Planning a Boundary Waters canoe trip in the Boundary Waters Canoe Area Wilderness (BWCA) involves navigating a labyrinth of over 1,000 lakes and islands. Located on the Minnesota/Canada border, I’ve made countless trips to the BWCA ever since I was a kid and it always delivers when I want a quiet week filled with great views and adventure.
The BWCA is the most-visited wilderness area in the U.S. and for good reason. From short overnight trips to multi-week remote adventures, the BWCA offers a unique camping experience for all skill levels. Like most remote camping trips, though, canoeing the BWCA requires planning in order to secure permits, learn how to navigate lakes and make portages, and assemble the right gear for a successful trip. I’ve made many trips to the BWCA, so in this post, I’m sharing all the important tips and guidance you’ll need to have a successful trip in Minnesota’s great north woods.
In this Boundary Waters canoe trip guide, I share everything you need to know to plan your own canoeing adventure to this amazing and remote area.
Best Time to Canoe the Boundary Waters
Since the lakes freeze over in the winter, the best time to canoe the Boundary Waters is between spring, summer, and fall. Typically May through October is the canoeing season.
The summer months are the popular time to go, especially the back half of August. The water is warm enough to swim in and the weather gets up into the 70s and 80s. The main downside to canoeing in the summer months, however, is that mosquitoes and biting flies can put a huge damper on your trip. Bugs peak in mid-June and while the black flies last a week or two, the mosquitos stick around all summer. People share horror stories about the mosquitos, but truthfully they’re not much different than anywhere else in the Midwest.
Visiting during the spring is constrained to the month of May since the lake ice usually doesn’t melt until then. It’s a great month for fishing, solitude, and returning animals and birds, but it can be cold — lows are typically in the 40s.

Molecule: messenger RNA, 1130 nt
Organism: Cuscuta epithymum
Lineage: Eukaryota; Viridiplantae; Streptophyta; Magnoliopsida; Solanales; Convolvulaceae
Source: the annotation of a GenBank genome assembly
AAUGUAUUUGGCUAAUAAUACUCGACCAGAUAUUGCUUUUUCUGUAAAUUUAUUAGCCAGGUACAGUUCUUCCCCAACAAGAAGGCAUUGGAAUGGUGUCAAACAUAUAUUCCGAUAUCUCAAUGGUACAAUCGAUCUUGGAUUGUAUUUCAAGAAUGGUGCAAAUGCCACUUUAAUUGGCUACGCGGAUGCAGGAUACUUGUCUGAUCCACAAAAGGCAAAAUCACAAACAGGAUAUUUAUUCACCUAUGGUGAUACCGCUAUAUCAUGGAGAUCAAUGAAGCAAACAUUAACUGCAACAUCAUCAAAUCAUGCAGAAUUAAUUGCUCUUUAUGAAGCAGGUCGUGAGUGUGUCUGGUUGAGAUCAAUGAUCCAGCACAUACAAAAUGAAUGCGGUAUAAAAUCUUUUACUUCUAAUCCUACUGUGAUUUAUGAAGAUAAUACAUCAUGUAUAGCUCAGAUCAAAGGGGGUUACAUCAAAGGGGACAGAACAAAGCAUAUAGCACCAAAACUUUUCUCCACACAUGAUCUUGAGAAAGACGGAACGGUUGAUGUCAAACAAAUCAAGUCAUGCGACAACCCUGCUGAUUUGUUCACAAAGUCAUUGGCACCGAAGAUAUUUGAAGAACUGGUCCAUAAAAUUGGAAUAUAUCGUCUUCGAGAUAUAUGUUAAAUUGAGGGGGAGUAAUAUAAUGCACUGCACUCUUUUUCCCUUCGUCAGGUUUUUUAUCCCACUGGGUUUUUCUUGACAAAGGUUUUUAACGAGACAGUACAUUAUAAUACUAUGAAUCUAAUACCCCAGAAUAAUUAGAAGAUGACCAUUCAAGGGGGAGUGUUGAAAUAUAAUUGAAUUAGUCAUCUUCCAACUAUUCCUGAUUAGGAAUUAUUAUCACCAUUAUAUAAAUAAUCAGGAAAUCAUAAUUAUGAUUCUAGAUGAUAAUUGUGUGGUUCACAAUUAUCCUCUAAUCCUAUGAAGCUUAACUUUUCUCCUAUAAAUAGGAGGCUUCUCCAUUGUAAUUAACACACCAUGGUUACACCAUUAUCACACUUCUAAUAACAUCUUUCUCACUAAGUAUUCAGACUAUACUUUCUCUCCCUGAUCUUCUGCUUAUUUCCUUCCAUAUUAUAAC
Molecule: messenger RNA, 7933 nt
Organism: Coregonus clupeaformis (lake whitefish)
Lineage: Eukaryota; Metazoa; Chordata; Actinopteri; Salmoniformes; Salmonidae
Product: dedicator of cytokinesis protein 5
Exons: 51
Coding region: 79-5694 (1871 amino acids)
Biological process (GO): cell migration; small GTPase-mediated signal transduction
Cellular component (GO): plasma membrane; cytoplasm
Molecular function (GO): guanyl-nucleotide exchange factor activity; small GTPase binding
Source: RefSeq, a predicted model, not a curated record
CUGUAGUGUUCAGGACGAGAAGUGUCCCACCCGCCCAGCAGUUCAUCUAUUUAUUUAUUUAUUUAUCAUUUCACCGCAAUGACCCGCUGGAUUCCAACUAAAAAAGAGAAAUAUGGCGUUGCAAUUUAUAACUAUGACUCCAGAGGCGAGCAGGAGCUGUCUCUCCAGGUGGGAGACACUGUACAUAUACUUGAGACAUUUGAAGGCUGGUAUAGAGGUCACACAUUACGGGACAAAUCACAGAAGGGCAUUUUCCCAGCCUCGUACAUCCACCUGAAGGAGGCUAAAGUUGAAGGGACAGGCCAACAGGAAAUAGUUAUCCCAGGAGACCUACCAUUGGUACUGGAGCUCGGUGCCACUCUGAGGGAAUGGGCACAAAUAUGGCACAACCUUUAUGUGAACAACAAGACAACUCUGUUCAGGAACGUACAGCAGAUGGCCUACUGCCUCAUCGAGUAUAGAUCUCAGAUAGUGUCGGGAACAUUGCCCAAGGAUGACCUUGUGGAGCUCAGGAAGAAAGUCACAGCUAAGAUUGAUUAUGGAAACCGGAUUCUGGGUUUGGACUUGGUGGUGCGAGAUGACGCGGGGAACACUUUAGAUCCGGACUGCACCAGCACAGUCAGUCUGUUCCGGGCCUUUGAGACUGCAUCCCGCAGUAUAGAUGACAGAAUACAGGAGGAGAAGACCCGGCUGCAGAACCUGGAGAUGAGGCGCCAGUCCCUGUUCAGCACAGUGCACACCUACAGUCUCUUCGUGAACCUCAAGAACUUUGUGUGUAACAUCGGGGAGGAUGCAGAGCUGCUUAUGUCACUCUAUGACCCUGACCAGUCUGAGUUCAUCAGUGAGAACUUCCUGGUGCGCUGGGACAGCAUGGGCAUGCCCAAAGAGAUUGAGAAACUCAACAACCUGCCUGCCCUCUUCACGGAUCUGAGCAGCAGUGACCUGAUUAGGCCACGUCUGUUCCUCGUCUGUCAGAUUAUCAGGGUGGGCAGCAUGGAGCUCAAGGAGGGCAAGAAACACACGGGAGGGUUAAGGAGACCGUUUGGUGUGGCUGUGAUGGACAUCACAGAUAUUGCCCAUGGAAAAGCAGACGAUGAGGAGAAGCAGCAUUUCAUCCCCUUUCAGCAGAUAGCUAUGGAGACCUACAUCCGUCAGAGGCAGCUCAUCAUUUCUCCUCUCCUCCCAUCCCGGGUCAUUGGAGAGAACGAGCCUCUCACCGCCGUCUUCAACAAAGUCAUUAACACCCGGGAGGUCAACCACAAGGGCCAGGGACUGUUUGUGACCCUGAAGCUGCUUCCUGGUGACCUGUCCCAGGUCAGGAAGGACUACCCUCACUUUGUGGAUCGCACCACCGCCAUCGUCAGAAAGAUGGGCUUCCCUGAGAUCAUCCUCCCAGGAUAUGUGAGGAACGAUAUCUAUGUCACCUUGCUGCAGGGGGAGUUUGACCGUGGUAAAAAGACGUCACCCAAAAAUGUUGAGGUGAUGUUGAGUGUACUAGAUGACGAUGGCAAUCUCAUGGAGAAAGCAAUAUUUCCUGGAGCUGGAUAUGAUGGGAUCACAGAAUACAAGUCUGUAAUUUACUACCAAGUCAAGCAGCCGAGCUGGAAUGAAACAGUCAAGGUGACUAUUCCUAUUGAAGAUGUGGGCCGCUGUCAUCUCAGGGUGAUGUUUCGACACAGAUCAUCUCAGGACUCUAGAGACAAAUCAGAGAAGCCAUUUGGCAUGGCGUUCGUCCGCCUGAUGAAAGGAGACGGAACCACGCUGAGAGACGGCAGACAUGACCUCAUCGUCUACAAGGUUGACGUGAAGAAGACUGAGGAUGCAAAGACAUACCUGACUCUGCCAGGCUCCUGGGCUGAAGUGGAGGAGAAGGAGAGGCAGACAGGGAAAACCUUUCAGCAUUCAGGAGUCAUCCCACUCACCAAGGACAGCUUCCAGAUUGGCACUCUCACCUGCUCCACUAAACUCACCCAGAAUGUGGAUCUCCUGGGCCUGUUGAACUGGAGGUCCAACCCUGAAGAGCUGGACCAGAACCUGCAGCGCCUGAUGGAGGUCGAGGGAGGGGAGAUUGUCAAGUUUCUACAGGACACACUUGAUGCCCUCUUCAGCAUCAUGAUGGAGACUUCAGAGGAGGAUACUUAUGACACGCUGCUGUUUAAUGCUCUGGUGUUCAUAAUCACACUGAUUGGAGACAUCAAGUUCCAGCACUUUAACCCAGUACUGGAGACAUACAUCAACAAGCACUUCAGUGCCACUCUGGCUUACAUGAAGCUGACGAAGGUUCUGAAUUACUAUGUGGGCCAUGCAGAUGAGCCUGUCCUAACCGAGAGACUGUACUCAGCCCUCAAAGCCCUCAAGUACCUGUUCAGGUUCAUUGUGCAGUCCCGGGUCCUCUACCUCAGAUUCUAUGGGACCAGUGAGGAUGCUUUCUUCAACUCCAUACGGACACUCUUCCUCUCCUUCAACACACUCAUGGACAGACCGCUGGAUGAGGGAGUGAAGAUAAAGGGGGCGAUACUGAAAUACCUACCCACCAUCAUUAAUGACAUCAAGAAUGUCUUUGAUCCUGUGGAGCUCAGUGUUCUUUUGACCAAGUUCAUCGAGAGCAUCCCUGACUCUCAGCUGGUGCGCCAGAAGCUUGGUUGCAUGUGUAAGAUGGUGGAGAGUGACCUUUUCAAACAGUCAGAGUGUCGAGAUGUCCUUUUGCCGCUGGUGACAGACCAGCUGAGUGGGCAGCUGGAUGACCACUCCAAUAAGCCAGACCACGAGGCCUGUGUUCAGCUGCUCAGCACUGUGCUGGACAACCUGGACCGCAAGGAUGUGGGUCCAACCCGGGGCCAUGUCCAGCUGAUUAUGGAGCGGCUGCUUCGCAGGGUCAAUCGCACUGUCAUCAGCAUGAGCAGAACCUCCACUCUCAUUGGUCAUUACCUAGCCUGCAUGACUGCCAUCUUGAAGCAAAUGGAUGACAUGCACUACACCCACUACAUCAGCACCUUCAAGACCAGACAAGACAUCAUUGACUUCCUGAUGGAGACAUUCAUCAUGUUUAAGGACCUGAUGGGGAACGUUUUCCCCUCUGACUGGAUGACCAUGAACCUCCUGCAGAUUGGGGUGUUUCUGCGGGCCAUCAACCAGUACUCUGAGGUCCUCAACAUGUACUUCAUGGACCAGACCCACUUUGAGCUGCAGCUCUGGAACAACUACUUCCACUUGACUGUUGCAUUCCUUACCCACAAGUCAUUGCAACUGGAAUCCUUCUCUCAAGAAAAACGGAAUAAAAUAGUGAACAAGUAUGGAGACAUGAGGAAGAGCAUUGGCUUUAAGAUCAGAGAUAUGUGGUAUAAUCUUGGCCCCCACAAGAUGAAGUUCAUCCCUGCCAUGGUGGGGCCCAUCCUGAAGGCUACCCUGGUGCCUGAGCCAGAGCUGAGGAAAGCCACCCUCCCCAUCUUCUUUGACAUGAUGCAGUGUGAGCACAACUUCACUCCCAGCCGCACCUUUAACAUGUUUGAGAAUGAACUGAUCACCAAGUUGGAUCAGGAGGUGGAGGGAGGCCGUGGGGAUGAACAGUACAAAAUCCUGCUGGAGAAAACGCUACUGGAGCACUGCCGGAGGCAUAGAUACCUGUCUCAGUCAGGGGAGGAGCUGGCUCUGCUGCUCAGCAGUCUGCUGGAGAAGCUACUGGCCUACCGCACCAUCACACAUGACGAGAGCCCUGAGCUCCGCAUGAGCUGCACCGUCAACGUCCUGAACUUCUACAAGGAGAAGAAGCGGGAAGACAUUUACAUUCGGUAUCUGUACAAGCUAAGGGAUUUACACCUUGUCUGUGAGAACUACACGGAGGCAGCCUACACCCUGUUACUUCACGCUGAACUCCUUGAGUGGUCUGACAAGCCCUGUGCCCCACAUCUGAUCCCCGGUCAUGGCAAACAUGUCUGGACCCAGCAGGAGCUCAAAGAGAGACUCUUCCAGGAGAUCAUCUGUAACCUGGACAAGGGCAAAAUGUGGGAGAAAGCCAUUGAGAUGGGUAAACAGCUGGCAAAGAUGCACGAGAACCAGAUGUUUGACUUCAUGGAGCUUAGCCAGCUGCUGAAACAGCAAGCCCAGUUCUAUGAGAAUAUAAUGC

Fall is one of the best times to visit the BWCA. There are fewer or no bugs, the crowds are basically gone, the fish are returning to the shallow water, and the fall colors are changing. Camping from mid-September to mid-October is the best time to visit if you want to catch the fall foliage as the aspen, birch, and maples leaves begin turning red, orange, and yellow.
No matter what time of year you visit, it’s important to be prepared for cold temperatures, rainy weather, or submerged and wet gear. Always pack extra warm layers and don’t use cotton.
Planning Your BWCA Route
BWCA entry points
There are two main BWCA entry points to start your trip: Ely and the Gunflint Trail. In general, the Ely area is quite wooded and has old-growth tree stands you can camp near. Visitors starting in the Gunflint area are likely to see the effects of fires and blowdowns, but while some forests in this area seem more sparse, there’s a more remote, rugged quality to this terrain.
I’ve done a handful of canoe trips out of Ely, but I prefer the Gunflint area for starting a trip because you immediately enter into wilderness with a rugged character.
If you’ve never been to the Boundary Waters before, it’s possible you’ve never had to portage a canoe before. Simply put, a portage is when you pick your canoe up and move it overland from one lake to another. The BWCA has over 1,000 lakes connected by portage paths of varying lengths — the shorter and fewer of them on your route, the easier it will be.
Portages are typically measured in rods, which is 16.5 feet long, roughly the length of your canoe. Portaging a canoe isn’t as hard as it seems and it’s actually easy to pick up and carry a canoe by yourself. It has more to do with skill than strength — forget the methods that have you quickly lift the canoe overhead like a powerlifter. Simply follow this method for picking up and carrying the canoe. I’ve seen retired folks do this in the BWCA with no problem at all.
Boundary Waters Route Options
My favorite BWCA route is starting off at the Gunflint Trail at Saganaga Lake and canoeing to Red Rock Lake, Alpine Lake, and Sea Gull Lake to loop back to the start.
There are lots of different route options, though, and you can’t go wrong using the Trip Planner from the Friends of the Boundary Waters Wilderness (more on them later) to cater the route to your trip. You can choose different routes depending on your timeframe, how many portages you’d like to take, how long you want to paddle each day, and your current skill level.
Boundary Waters canoe rentals & Outfitters